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Picturing Pictorialism


I am working on a couple of histories of photgraphy: one is on the technology and the other is the various artistic movement.
They are huge topics and, while intertwined, I have had to split them for purely practical purposes.  Still, I have spun off some projects for my local on-line camera group as challenges for them to emulate various genres, movements, and photographers.

In this case I was looking at Pictorialism.  This is considered the first formal art movement in photography, and was dominant from around the 1880's through to around the end of the first decade of the 20th Century.  Actually, there were proponents well before and after, but not as a formal movement.  Pictorialism was a result of an identity crisis that photography had suffered from its inception.  Was it a technical triumph or an art?

Photography hit the world in 1839 like a bolt from the blue.  In an era full of revolutionary technologies and revolutionary movements (social and political) it was particularly impactful upon the art community.  Many painters saw the photograph as a threat to their livelihoods and tried to label it as a cold, mechanical tool - somewhat helped by the nature of the Daguerreotype, the first viable process that produced a unique image on a metal plate of (until recently) unsurpassed detail, but contained both a positive and negative image that changed depending upon the angle of view - rather like a hologram.

As technology improved, and the time to take an image was reduced from minutes to fractions of a second, negatives/positive images were developed, and media moved from unique metal plates first to glass negatives with wet Collodian coating (highly dangerous), to dry plates, and finally film as we know it - produced by George Eastman from 1880 and then incorporated in his Kodak camera around 1890.


Initially, photographers were highly educated, rich and technical: one had to be to afford the equipment and education to handle complexities of gear and chemicals.  They tended to emphasize the technical aspects and thus played into the hands of the Art community who wanted to keep photography as an industrial process.  Still, artists like Manet did use photographs to capture images that they used for paintings, and in the popular genre people embraced the idea of portraits of loved ones that were previously only accessible to those sufficiently rich to have a portrait painted.  Now, the new medium allowed portraits of generations - old an young, living and dead - it was quite popular in Europe and the US to photograph dead children (there was a high mortality rate), before they were buried.  Even dead criminals were photographed.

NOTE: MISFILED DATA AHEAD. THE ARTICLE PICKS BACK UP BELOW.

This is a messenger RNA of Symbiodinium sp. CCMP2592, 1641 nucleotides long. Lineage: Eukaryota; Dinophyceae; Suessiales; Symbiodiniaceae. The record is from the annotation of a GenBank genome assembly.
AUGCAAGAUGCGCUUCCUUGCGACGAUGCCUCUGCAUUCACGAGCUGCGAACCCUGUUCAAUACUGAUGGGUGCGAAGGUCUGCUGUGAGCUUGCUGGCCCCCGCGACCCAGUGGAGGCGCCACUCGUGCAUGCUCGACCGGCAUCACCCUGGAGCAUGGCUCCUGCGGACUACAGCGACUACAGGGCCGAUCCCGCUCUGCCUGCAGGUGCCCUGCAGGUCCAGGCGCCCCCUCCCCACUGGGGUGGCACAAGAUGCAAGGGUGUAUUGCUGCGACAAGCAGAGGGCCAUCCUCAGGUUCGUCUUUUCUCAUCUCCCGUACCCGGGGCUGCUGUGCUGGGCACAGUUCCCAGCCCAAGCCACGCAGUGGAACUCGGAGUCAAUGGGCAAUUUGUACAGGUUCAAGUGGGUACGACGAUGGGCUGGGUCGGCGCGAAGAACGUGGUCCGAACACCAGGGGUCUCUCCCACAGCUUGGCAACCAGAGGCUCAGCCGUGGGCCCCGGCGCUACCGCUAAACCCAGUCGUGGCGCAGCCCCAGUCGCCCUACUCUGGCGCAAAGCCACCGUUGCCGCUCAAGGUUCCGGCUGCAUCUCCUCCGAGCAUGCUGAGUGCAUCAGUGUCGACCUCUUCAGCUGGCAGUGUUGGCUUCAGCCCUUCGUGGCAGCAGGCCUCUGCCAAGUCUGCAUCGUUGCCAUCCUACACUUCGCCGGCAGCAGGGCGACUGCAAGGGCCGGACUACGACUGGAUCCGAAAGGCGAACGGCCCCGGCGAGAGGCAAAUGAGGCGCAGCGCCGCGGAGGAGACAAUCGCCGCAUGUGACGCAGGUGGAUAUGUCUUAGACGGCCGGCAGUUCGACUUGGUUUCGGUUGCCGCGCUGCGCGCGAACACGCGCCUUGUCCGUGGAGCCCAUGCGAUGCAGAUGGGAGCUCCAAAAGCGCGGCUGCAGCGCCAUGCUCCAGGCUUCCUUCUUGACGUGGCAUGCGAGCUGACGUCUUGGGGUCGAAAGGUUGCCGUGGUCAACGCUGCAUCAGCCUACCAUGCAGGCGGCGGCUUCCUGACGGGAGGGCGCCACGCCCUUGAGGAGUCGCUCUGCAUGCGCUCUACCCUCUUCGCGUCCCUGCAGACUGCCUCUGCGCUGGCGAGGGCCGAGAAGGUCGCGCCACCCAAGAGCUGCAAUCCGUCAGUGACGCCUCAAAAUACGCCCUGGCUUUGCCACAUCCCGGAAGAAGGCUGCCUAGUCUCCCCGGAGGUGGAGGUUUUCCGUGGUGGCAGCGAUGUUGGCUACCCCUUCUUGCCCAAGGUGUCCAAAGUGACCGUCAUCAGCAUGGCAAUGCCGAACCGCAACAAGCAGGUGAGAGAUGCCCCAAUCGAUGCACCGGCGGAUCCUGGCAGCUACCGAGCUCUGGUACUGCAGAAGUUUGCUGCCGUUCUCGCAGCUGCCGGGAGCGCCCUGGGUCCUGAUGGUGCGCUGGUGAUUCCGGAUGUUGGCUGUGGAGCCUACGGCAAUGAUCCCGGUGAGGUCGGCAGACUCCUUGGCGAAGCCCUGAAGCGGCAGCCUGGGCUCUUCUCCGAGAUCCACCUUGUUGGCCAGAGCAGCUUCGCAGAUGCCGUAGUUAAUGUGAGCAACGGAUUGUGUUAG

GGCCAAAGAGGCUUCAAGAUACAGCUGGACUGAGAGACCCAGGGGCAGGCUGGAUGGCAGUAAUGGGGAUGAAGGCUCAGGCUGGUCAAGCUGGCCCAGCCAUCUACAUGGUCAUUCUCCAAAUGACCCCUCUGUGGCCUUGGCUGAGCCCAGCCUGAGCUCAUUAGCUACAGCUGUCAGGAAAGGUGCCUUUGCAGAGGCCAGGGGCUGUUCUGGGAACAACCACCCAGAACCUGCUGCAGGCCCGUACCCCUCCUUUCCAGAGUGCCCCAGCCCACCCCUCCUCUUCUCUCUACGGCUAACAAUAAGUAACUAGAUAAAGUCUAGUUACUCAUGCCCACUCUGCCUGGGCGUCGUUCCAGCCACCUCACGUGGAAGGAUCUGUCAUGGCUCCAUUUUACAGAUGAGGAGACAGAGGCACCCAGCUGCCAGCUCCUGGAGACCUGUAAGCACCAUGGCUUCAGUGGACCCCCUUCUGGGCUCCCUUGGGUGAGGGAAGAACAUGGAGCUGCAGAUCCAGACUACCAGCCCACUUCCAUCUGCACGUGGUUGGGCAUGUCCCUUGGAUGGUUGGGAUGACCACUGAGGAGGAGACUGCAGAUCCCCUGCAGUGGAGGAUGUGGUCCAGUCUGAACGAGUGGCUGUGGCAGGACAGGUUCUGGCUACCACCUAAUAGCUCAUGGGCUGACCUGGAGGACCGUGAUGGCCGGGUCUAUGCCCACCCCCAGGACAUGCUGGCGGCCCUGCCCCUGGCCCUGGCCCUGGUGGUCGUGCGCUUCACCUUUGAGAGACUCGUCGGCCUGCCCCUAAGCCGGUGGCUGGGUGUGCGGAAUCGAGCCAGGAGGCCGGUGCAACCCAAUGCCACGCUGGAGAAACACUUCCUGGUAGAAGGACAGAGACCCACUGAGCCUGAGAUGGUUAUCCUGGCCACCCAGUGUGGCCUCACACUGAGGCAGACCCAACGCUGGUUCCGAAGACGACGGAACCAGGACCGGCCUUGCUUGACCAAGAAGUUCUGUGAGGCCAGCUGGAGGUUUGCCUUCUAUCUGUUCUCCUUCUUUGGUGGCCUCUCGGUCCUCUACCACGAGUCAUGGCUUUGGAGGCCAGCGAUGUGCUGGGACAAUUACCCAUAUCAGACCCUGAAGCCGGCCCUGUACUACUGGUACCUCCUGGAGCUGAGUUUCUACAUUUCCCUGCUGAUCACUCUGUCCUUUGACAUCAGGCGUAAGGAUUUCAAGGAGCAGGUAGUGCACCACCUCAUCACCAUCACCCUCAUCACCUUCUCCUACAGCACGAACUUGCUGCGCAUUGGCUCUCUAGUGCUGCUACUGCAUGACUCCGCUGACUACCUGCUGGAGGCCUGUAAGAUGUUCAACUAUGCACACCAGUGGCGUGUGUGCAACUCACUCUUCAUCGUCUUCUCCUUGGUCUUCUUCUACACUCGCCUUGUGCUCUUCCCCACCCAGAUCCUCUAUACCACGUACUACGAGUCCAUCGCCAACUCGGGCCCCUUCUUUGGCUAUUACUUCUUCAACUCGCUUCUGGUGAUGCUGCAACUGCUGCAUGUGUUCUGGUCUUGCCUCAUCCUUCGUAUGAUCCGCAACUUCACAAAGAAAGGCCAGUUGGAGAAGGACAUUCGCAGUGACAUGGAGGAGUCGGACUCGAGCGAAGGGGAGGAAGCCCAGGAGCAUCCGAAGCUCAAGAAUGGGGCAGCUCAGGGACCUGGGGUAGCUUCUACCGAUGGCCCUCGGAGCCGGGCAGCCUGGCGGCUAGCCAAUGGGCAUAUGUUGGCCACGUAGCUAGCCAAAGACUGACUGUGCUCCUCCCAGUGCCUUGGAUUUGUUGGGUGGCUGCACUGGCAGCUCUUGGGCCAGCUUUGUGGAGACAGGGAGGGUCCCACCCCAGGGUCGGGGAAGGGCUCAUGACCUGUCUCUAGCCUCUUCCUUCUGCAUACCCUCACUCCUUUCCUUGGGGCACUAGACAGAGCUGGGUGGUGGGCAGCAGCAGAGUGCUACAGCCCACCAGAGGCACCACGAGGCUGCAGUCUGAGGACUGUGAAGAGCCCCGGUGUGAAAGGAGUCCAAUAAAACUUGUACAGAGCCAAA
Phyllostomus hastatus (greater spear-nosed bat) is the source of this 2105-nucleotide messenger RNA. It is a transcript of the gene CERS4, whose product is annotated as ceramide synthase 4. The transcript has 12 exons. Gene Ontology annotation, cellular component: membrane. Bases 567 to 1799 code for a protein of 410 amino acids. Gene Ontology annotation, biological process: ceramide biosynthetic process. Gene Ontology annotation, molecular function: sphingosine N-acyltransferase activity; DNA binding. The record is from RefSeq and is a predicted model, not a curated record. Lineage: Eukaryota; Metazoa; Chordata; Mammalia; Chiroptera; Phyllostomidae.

In the area of high Art, photography did not make a lot of headway, and when it was democratized by the Kodak camera it proved the last straw for those proponents of photography as a Art and they formed a series of groups to present the photograph as a work of art.  Initially formed in Austria, a Pictorialist movement moved across Europe, established in the UK as the Linked Ring Society.  The American, Alfred Stieglitz, was living in Germany when he first encountered the movement and was made a member of The Linked Ring in the UK before going to New York and establishing The Secessionist Movement.